Chimney Liner Options Explained for the Homeowner

Marge Padgitt

Homeowners often get confused when they hear that their chimney needs to be relined. The first thought that may come to mind is, “What the heck does that mean?”  This writer will attempt to explain – in laymen’s terms – what relining is, why it may be needed, and all of the options available so that you can make an informed decision about your chimney repair.

EPA’s Proposed Air Rules for New Masonry Heaters

Oliver Beauchemin

On Jan 3, 2014, the U.S. Environmental Protection Agency (EPA) proposed updates to its air emission standards for new residential wood heaters that would strengthen the requirements for new woodstoves, while establishing air standards for several other types of wood heaters for the first time, including masonry heaters already in use in homes or currently for sale today.

Cast-in-place Flue Lining Systems

Marge Padgitt

Homeowners have asked chimneys.com for information on what types of flue lining systems are available for masonry chimneys and what the advantages or disadvantages are among them.

Chimney liners overview

Contributing Author

Some homeowners have asked Chimneys.com to provide some basic information about their chimney liner.  With all the different types of chimney liners, the strength and weakness of each and their different applications, one can understand the need for clarification.  This article will attempt to provide answers.

Anatomy of a Masonry Chimney and Fireplace

Marge Padgitt

Masonry chimneys are more complicated than most people think.  If a chimney isn’t built or maintained correctly, it may not work properly.

A Listed Chimney Liner Insulation That Doesn’t Work!

Chimney Savers Inc.

What has been brought to my attention is the improper use of poured insulation around stainless steel liners. From my experience, correctly installing insulation mix around stainless steel liners (to get a zero clearance rating) is a next to impossible. Besides the fact that this installation is widely and incorrectly used, manufactures seem to be pushing installers towards this method.

Chimney Relining

Golden's Chimney Lining

Chimney liners are used to protect the inside of a masonry chimney from wear and tear caused by wet conditions. Moisture, over time, will cause decay and corrosion of mortar, clay, and brick liners. How? Moisture reacts with the exhaust gases to form an acid that slowly “eats away” at the chimney. Moisture also, can collect and seep into cracks, mortar and bricks. In colder climates, this moisture will freeze, expand and then thaw, thus causing chunks of the chimney to break and crumble.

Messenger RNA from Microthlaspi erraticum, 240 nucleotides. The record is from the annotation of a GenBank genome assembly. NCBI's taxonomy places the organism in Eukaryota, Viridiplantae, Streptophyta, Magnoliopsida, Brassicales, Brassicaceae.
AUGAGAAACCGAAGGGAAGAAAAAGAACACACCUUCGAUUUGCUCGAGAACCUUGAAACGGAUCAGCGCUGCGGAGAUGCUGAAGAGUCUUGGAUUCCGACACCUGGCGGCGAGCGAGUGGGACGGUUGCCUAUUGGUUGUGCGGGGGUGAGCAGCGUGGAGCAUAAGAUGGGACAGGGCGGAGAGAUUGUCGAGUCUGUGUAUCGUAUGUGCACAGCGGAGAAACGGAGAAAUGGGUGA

Cost comparison of a Cast-in-place chimney liner

Golden Flue

When contemplating the repair of a chimney, there are, unfortunately, many considerations which do not become apparent until after the work has been completed and the contractor is long gone. This frequently occurs as the result of misleading or misinformed analysis of the damaged chimney. It is all too true that when repairs are being discussed, one concern, regretfully, attracts more attention than others: price.

A chimney without a cap

Golden's Chimney Lining

Imagine how much water would come into your home during a rainstorm if you had a hole in your roof twelve inches square. Chimney flues may be even larger than that, so where does all that water go? It runs down the chimney and seeps into the bricks and mortar, settling behind the firebricks.

Chimney liner: cast masonry vs stainless steel

Golden Flue

What concerns should you have: what is the longevity of these products? What is their endurance capability? What about the safety of the system? What you are really asking is, What is the difference between products?

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